Most people that have turbocharged Subarus and either have a Cobb Accessport or want one always ask how does one monitor for knock. I’ve elaborated on this in the past (here) but the information in the link comes straight from the source!
Detonation events are inevitable and will occur from time to time on any modern vehicle running on pump gas. Your car is built to recognize these events and take the appropriate action to defend against them causing any damage. The Subaru knock detection system tends to err on the side of caution. This makes it common to see “false knock.” False knock occurs when the ECU corrects for a knock event but the noise registered is due to other noises that aren’t necessarily detonation or harmful to the engine. This often happens accelerating from a stop while letting the clutch out, during gear shifts (more so if grunting while shifting), accelerating at low RPM in a high gear, under cruise on the freeway, and during abrupt throttle changes.
So, I’m conducting research on the Cobb AP just so I can make an informed decision on if this would be a good idea for my car. The latest version of the AccessPort is expensive ($650), but the v3 offers a lot more functionality than the v2, so this may be what I’ll get.
In today’s research (this will take awhile), I saw the following:
This guy already has a rather strong STI (248HP/254TQ at the wheels). When Stage 1 OTS was applied, the dyno read 269HP/319TQ). From there, he got a protune while still at Stage 1, netting 276HP/327TQ.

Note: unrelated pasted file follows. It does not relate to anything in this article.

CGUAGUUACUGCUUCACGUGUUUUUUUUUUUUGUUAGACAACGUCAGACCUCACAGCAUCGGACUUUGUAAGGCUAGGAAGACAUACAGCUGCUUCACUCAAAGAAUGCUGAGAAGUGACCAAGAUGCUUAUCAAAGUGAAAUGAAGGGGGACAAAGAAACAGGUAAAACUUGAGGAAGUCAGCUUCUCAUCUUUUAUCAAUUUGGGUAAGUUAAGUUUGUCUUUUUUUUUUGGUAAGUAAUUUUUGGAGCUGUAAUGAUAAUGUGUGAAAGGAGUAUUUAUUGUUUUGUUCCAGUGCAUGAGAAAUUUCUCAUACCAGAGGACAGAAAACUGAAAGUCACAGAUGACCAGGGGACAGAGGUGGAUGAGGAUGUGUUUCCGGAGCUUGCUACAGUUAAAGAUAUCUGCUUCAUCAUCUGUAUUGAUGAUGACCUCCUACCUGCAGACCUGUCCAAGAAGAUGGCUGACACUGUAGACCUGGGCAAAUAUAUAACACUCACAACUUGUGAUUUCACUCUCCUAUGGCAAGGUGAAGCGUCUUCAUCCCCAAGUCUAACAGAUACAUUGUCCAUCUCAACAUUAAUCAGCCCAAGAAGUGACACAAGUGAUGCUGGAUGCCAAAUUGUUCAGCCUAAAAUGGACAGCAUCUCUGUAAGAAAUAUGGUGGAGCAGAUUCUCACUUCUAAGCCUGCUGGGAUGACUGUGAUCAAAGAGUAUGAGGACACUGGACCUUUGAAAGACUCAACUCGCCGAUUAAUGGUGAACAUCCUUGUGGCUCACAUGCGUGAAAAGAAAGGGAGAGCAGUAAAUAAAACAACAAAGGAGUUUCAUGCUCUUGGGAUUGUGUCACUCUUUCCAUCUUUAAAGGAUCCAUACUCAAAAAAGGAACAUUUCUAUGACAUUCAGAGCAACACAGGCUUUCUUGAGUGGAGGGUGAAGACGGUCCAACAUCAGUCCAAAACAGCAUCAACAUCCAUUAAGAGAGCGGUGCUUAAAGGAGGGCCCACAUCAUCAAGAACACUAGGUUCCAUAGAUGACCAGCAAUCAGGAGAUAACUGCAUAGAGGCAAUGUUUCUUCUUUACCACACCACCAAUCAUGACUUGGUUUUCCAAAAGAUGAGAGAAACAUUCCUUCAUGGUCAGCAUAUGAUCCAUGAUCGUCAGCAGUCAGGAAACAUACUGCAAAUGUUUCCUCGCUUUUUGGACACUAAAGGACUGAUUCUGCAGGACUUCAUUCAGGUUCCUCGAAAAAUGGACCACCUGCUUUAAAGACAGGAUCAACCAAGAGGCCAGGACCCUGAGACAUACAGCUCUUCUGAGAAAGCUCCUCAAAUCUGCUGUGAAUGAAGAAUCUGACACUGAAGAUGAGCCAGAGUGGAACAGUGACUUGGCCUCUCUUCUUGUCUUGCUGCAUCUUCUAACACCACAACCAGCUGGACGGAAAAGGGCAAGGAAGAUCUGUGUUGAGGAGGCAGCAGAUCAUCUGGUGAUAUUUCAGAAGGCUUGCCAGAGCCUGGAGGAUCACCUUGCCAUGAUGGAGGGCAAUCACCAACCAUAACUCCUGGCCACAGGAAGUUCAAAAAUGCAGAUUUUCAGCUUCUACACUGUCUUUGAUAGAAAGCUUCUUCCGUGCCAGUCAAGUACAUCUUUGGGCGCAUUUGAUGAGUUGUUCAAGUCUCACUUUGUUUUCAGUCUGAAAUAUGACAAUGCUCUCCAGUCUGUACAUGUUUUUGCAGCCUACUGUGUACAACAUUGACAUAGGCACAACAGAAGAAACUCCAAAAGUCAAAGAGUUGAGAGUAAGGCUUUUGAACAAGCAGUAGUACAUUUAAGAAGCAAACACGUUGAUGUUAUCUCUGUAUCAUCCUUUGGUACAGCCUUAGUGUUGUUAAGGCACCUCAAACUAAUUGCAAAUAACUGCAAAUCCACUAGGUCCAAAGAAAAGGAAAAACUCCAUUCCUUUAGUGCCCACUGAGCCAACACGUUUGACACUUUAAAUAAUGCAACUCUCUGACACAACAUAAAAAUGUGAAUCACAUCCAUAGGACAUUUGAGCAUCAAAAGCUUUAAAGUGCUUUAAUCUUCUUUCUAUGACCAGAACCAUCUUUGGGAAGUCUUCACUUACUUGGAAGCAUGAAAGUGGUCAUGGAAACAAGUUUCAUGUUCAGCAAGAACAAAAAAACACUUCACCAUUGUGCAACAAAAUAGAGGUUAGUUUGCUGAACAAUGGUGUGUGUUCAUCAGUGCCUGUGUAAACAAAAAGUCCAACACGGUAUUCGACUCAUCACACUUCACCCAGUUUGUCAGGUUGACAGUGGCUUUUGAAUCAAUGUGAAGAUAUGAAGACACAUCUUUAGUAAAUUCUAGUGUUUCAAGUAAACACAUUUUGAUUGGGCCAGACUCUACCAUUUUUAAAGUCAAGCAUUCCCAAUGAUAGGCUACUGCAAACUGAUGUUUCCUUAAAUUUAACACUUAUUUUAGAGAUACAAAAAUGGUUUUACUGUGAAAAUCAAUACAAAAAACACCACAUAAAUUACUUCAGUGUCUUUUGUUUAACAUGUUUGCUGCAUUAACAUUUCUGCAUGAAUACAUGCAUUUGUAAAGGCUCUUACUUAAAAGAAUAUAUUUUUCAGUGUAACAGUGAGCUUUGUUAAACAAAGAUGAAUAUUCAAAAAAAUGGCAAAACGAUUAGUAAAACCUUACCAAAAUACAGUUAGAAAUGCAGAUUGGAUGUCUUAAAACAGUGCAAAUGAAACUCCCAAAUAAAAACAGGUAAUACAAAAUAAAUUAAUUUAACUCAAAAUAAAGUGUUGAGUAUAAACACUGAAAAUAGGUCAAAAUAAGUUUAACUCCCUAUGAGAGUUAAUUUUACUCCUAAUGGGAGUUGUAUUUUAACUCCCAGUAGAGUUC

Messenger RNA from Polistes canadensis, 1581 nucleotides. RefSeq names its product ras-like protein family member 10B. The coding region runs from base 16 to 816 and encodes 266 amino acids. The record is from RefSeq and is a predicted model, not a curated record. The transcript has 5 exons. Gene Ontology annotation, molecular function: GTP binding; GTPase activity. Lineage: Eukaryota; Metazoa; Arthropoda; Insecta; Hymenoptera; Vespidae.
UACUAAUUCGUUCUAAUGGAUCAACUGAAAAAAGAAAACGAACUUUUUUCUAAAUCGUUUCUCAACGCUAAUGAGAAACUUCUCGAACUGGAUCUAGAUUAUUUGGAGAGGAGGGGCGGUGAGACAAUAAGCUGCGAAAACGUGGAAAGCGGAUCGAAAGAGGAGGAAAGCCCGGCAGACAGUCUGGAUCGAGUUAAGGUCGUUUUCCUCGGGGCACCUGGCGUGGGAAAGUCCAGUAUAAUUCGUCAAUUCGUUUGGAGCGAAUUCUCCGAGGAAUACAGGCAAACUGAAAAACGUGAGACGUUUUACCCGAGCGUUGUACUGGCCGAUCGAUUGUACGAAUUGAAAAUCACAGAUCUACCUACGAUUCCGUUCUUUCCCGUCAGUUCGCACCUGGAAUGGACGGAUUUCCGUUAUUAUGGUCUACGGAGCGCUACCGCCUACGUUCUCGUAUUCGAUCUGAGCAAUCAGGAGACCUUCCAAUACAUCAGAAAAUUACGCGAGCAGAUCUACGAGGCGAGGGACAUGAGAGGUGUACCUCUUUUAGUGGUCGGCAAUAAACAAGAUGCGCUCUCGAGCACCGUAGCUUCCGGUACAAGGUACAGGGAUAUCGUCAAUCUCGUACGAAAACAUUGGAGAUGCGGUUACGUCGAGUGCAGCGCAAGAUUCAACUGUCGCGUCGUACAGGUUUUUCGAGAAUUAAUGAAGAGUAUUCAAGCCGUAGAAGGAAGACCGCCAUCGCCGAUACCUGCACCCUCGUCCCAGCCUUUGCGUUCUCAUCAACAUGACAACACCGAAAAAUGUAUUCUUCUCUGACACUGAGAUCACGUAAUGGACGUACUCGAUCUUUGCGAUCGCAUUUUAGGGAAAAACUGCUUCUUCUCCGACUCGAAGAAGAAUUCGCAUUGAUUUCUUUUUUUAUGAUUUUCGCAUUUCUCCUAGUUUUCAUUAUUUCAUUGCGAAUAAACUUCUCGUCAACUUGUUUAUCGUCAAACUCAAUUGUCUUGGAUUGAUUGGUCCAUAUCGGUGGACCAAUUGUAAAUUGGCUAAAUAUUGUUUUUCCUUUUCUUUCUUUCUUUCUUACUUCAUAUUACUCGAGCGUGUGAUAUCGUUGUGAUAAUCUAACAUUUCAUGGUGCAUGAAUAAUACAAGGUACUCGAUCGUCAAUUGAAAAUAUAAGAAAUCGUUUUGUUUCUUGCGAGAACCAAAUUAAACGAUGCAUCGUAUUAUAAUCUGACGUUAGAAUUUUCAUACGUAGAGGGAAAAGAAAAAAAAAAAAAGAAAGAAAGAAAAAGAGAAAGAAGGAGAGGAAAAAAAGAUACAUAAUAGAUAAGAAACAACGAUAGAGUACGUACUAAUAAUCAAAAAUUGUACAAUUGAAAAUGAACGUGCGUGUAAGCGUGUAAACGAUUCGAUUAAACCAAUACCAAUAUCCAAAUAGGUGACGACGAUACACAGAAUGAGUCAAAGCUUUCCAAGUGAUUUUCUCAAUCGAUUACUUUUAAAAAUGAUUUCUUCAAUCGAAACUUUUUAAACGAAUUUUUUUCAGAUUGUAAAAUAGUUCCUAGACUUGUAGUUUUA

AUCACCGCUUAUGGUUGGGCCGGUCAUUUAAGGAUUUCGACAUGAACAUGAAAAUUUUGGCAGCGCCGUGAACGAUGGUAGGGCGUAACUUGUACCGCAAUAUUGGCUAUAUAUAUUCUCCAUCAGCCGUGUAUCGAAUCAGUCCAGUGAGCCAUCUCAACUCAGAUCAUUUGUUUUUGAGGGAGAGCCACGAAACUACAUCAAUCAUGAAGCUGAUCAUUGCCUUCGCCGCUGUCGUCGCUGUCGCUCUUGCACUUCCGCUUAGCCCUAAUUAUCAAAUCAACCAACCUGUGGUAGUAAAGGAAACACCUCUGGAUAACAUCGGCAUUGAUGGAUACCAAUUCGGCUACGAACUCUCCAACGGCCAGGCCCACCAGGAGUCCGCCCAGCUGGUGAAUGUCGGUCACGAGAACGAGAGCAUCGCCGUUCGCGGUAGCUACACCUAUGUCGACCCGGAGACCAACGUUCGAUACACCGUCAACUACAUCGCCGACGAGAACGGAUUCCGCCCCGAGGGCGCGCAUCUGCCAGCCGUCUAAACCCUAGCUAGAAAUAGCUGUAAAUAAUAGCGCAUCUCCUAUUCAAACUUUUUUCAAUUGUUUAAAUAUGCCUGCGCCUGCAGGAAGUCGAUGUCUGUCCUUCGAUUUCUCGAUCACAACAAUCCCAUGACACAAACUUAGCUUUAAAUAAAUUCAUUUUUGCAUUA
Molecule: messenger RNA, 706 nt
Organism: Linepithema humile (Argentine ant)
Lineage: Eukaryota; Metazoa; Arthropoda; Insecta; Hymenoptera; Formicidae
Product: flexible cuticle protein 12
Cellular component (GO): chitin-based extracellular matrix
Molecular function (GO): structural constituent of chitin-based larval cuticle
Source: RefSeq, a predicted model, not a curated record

If you click on all three dyno runs, you can see the differences between the three (there will be six graphs). In particular, look at the stock and the Stage 1 OTS graphs. Two things are apparent: 1. There are a several big dips in both the HP and torque graphs on the stock dyno run; 2. There are huge gains in the OTS map (21HP and 64TQ peak). The last set of graphs looks to be where the owner decides to go Stage 1 protune (at 18.5 psi), where a few more HP and TQ are squeezed out.
The dyno session started at 9:30AM and ended at 10:11AM (granted, the work wasn’t much, as they went from stock to S1 OTS then protuned off of that). IMO, that’s a significant gain and the session probably costed $300 (not sure where the tune was done).
PTuning is near me (in Manassas, VA), and I’m pretty sure they do protuning…I’ll check their rates. I’ll also check their site to see their pricing on a Cobb AP and what they charge for a tune.